Day By Day

Saturday, July 21, 2007


One of the most admirable of the initiatives undertaken by the Bush administration is their attempt to bring an out of control and largely dysfunctional Beltway bureaucracy to heel. This is a perilous undertaking for any administration because disgruntled bureaucrats have, in the form of a compliant and sensationalistic press corps and opportunistic leaders of the opposition party, a brutally effective weapon that can be wielded against those who would attempt to exercise direction over rogue agencies. Most presidencies, after a few initial and damaging skirmishes with the leakers, pull back and allow the agencies free rein. The Clinton administration, for instance, rapidly abandoned attempts to reform the military once the political costs of doing so were deemed to be too high.

Not so the Bush administration. They have determinedly pursued reform in the military and in the intelligence agencies. The result has been a series of extremely damaging leaks orchestrated by self-appointed VIPs [veteran intelligence professionals] and unrelenting public criticism from "retired" military officers eagerly broadcast by a hostile press.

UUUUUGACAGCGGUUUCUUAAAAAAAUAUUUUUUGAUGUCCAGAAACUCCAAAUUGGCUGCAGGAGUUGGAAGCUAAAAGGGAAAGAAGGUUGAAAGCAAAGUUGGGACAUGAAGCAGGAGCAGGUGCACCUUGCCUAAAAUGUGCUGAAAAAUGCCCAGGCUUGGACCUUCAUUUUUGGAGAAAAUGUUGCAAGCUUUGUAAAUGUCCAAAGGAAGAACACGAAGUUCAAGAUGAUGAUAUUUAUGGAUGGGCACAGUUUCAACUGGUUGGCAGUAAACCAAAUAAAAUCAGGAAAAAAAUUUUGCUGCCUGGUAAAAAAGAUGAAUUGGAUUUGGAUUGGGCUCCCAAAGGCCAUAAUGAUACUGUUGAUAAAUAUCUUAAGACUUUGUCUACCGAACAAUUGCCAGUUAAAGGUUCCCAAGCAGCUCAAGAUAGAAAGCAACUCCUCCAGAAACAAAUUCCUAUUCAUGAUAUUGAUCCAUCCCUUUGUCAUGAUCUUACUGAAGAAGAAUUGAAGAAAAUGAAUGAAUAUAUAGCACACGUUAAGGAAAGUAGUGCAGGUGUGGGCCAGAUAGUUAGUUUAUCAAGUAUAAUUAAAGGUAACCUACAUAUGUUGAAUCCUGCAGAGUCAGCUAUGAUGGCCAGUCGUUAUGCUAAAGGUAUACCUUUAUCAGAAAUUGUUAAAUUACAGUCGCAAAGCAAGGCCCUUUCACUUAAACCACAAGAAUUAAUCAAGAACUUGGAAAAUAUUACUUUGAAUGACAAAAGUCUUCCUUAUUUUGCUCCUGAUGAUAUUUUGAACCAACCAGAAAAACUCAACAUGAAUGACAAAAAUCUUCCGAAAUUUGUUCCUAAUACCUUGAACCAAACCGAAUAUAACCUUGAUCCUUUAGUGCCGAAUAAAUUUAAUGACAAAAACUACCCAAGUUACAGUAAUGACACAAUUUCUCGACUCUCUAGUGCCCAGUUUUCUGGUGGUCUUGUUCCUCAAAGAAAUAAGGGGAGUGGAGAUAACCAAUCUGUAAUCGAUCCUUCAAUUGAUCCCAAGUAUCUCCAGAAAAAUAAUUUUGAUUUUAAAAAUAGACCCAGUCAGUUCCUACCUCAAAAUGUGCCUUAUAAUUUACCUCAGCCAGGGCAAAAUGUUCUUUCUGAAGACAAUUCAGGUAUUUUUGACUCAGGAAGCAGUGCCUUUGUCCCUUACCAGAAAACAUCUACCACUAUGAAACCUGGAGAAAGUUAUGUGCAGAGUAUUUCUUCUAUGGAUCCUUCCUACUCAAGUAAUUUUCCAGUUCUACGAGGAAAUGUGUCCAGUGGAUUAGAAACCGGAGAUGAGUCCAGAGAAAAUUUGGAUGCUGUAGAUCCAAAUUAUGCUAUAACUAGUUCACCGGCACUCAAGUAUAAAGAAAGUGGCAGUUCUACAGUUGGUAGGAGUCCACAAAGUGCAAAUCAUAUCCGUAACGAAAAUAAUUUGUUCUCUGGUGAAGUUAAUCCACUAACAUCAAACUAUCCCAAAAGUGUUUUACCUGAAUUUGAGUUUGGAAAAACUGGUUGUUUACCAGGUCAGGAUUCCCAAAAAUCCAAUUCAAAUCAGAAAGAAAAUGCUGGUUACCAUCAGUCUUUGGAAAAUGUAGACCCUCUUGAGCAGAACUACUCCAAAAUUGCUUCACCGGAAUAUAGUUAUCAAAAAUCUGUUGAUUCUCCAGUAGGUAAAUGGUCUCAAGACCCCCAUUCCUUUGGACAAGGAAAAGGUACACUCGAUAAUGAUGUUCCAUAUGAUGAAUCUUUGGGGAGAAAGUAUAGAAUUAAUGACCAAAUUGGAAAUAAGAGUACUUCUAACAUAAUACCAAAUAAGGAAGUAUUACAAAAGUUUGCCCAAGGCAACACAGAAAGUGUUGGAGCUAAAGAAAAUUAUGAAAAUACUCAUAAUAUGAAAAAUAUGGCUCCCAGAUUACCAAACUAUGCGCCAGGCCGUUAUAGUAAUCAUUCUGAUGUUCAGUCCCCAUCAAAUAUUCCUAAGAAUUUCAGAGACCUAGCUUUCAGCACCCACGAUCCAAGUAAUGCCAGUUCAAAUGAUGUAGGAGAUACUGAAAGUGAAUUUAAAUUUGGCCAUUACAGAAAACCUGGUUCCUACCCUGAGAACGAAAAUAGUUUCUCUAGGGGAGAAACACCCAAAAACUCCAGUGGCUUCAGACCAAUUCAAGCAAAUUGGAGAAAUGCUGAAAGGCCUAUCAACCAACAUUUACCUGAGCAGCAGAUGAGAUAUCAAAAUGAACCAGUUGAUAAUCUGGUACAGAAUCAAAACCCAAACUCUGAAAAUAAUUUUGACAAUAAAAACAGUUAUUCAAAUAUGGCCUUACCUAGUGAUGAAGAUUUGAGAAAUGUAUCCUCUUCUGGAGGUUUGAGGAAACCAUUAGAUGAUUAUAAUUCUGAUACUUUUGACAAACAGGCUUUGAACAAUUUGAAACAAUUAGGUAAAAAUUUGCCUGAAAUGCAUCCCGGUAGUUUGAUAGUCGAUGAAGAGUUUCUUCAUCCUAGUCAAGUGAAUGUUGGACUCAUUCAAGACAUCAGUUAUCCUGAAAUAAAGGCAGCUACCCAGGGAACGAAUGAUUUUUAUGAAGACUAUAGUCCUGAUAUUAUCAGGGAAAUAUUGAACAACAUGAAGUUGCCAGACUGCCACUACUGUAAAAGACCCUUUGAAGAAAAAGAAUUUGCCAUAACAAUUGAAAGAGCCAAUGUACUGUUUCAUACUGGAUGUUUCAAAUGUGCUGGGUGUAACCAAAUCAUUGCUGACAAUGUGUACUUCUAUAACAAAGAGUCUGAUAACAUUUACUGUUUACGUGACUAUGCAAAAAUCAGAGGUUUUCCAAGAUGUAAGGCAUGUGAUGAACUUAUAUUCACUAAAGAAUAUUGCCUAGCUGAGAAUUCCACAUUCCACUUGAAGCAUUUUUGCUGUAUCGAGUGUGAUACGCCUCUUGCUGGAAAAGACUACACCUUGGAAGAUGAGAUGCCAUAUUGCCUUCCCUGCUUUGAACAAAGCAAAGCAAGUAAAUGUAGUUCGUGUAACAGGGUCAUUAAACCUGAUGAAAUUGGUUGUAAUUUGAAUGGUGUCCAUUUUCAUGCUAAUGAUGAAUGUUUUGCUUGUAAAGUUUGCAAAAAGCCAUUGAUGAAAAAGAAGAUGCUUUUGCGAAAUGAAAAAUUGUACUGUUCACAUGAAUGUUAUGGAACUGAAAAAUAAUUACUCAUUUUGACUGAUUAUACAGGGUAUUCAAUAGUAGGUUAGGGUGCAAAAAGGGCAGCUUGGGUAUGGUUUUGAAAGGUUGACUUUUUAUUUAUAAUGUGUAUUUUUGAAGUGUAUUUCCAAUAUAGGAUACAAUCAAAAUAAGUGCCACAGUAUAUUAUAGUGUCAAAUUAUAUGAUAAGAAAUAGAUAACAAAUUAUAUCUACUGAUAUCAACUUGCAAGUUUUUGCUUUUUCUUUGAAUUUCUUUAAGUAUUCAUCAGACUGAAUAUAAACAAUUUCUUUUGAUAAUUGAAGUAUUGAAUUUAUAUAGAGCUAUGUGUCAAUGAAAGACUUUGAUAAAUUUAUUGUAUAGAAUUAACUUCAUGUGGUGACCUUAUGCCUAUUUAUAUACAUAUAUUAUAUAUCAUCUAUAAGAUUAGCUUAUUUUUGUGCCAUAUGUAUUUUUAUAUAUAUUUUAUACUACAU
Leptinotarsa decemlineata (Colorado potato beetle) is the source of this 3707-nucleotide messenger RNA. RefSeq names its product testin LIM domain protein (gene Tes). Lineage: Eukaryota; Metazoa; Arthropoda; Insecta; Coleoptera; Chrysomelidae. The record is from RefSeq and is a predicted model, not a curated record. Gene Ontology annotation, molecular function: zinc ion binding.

The Bush administration has taken major hits as a result of their reform efforts, but has doggedly persisted in them with some success. Now Rowan Scarborough has published a book, titled "Sabotage: America's Enemies Within the CIA" detailing how careerists within the agency undermined the military effort in Iraq and frustrated Director Porter Goss' efforts at reform.

Taken together with Tim Wiener's "Legacy of Ashes" the emerging indictment of the CIA is damning. When all is said and done I suspect that the history of the Iraq War will reveal that the major battles took place within the beltway and not in Mesopotamia, and that the major opponents of victory were not so much unscrupulous politicians, but careerist bureaucrats whose behavior at times bordered on treason.